When it comes to sharpening angles, I don't know what "normal" is or should be. There is a lot of conflicting information out there on angles, and it can be difficult to know what is correct for different blades.
What is even more difficult - especially for someone starting out - is trying to decide what angle(s) to use on what tools.
The woodworkers typical solution to that is to experiment, but someone new to handplanes is probably not going to invest in multiple irons/planes just to grind different angles in them and see how they work. Newcomers are figuring out enough things with renovation and initial setup and if you throw multiple grind angles in the mix it can be a daunting task.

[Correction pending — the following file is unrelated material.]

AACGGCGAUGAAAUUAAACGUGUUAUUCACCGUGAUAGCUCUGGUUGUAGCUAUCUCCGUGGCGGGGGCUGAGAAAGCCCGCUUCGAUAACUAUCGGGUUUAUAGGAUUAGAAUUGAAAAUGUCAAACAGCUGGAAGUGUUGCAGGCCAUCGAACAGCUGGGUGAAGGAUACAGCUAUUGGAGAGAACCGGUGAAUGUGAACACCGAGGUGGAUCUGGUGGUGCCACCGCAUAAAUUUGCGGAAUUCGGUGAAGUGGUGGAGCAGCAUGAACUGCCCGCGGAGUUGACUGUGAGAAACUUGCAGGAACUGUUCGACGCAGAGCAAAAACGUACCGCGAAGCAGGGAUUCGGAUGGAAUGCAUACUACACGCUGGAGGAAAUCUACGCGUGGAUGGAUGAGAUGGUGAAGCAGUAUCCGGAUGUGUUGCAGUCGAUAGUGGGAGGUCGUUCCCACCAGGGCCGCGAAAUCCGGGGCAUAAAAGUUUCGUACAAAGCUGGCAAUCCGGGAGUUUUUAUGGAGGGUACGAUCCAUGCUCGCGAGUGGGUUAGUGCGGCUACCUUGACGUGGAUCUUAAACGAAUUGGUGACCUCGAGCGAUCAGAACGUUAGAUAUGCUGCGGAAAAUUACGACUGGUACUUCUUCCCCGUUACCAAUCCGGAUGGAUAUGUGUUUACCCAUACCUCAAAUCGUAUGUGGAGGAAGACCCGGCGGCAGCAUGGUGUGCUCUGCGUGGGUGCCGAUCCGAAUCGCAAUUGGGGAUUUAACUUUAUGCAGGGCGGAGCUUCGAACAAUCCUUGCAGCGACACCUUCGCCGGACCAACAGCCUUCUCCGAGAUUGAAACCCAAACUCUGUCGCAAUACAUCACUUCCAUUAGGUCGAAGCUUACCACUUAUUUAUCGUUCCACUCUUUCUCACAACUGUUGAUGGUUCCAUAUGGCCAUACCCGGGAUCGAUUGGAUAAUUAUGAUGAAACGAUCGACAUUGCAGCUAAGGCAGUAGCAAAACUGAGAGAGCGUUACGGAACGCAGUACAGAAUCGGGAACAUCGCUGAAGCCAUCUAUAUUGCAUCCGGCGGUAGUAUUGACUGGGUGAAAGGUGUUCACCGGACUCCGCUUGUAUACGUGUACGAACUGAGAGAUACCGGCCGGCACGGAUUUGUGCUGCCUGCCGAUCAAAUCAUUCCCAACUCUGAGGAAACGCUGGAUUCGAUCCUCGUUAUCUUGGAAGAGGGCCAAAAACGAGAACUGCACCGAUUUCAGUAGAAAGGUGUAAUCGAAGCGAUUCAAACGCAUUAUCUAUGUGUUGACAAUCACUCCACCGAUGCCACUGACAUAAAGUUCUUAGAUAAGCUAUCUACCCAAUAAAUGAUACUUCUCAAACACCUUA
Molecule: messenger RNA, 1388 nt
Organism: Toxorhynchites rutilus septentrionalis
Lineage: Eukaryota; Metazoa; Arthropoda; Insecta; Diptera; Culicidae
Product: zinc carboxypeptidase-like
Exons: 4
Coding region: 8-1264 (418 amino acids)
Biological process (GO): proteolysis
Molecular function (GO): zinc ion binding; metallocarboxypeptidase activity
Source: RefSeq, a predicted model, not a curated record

Even though I do most of my work with hand tools, I am still very much inexperienced and I know I don't necessarily have the "correct" answers. For the planes I have, I took my cues on blade angles from what manufacturers are shipping on new planes or replacement blades.
I sharpen my bevel up planes (block and low angle smoother) to 25 degrees. Bevel down planes (bench planes) I sharpen at 30 degrees. I don't mess around with micro bevels.
My bench chisels are all ground at 25 degrees, paring chisels at 20 degrees, mortise chisels have a main bevel of 25 degrees with a secondary bevel at 30 degrees for better edge strength.
Lee Valley (Veritas) sells higher angle blades (38 and 50 degrees) for use with their low angle bench planes to help with difficult grained wood, but I have no experience with them. I'd like to, but have other tools that I need more in the near future.
"Good Behavior is the last refuge of mediocrity" -- Henry S. Haskins